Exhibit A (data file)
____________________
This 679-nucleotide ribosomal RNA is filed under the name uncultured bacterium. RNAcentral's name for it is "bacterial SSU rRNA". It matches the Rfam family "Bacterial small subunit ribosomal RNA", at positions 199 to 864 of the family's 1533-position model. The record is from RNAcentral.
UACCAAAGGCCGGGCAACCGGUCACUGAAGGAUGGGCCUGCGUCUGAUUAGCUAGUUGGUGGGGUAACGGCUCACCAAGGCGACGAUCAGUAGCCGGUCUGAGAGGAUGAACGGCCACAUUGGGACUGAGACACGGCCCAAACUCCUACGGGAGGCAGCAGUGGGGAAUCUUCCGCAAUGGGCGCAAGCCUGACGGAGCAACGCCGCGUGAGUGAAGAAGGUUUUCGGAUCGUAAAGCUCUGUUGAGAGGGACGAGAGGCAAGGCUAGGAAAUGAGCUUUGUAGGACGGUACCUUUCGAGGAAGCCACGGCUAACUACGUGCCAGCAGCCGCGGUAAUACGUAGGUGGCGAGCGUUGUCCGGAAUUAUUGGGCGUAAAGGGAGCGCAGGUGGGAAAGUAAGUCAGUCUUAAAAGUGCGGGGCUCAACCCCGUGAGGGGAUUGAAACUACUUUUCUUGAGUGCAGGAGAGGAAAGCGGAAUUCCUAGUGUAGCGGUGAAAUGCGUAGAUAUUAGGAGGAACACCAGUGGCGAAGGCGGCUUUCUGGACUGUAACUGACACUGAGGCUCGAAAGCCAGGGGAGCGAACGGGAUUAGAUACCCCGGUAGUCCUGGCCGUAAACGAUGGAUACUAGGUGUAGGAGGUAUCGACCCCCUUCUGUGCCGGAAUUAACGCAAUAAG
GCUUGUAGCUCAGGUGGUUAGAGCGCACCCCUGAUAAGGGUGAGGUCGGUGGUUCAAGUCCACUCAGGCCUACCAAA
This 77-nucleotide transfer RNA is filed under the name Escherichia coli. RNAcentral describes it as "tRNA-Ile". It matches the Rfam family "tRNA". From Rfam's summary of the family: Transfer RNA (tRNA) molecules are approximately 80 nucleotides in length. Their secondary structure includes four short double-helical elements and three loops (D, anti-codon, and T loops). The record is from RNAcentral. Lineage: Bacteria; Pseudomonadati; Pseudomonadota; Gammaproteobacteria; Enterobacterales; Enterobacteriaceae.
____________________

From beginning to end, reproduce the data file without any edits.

This 679-nucleotide ribosomal RNA is filed under the name uncultured bacterium. RNAcentral's name for it is "bacterial SSU rRNA". It matches the Rfam family "Bacterial small subunit ribosomal RNA", at positions 199 to 864 of the family's 1533-position model. The record is from RNAcentral.
UACCAAAGGCCGGGCAACCGGUCACUGAAGGAUGGGCCUGCGUCUGAUUAGCUAGUUGGUGGGGUAACGGCUCACCAAGGCGACGAUCAGUAGCCGGUCUGAGAGGAUGAACGGCCACAUUGGGACUGAGACACGGCCCAAACUCCUACGGGAGGCAGCAGUGGGGAAUCUUCCGCAAUGGGCGCAAGCCUGACGGAGCAACGCCGCGUGAGUGAAGAAGGUUUUCGGAUCGUAAAGCUCUGUUGAGAGGGACGAGAGGCAAGGCUAGGAAAUGAGCUUUGUAGGACGGUACCUUUCGAGGAAGCCACGGCUAACUACGUGCCAGCAGCCGCGGUAAUACGUAGGUGGCGAGCGUUGUCCGGAAUUAUUGGGCGUAAAGGGAGCGCAGGUGGGAAAGUAAGUCAGUCUUAAAAGUGCGGGGCUCAACCCCGUGAGGGGAUUGAAACUACUUUUCUUGAGUGCAGGAGAGGAAAGCGGAAUUCCUAGUGUAGCGGUGAAAUGCGUAGAUAUUAGGAGGAACACCAGUGGCGAAGGCGGCUUUCUGGACUGUAACUGACACUGAGGCUCGAAAGCCAGGGGAGCGAACGGGAUUAGAUACCCCGGUAGUCCUGGCCGUAAACGAUGGAUACUAGGUGUAGGAGGUAUCGACCCCCUUCUGUGCCGGAAUUAACGCAAUAAG
GCUUGUAGCUCAGGUGGUUAGAGCGCACCCCUGAUAAGGGUGAGGUCGGUGGUUCAAGUCCACUCAGGCCUACCAAA
This 77-nucleotide transfer RNA is filed under the name Escherichia coli. RNAcentral describes it as "tRNA-Ile". It matches the Rfam family "tRNA". From Rfam's summary of the family: Transfer RNA (tRNA) molecules are approximately 80 nucleotides in length. Their secondary structure includes four short double-helical elements and three loops (D, anti-codon, and T loops). The record is from RNAcentral. Lineage: Bacteria; Pseudomonadati; Pseudomonadota; Gammaproteobacteria; Enterobacterales; Enterobacteriaceae.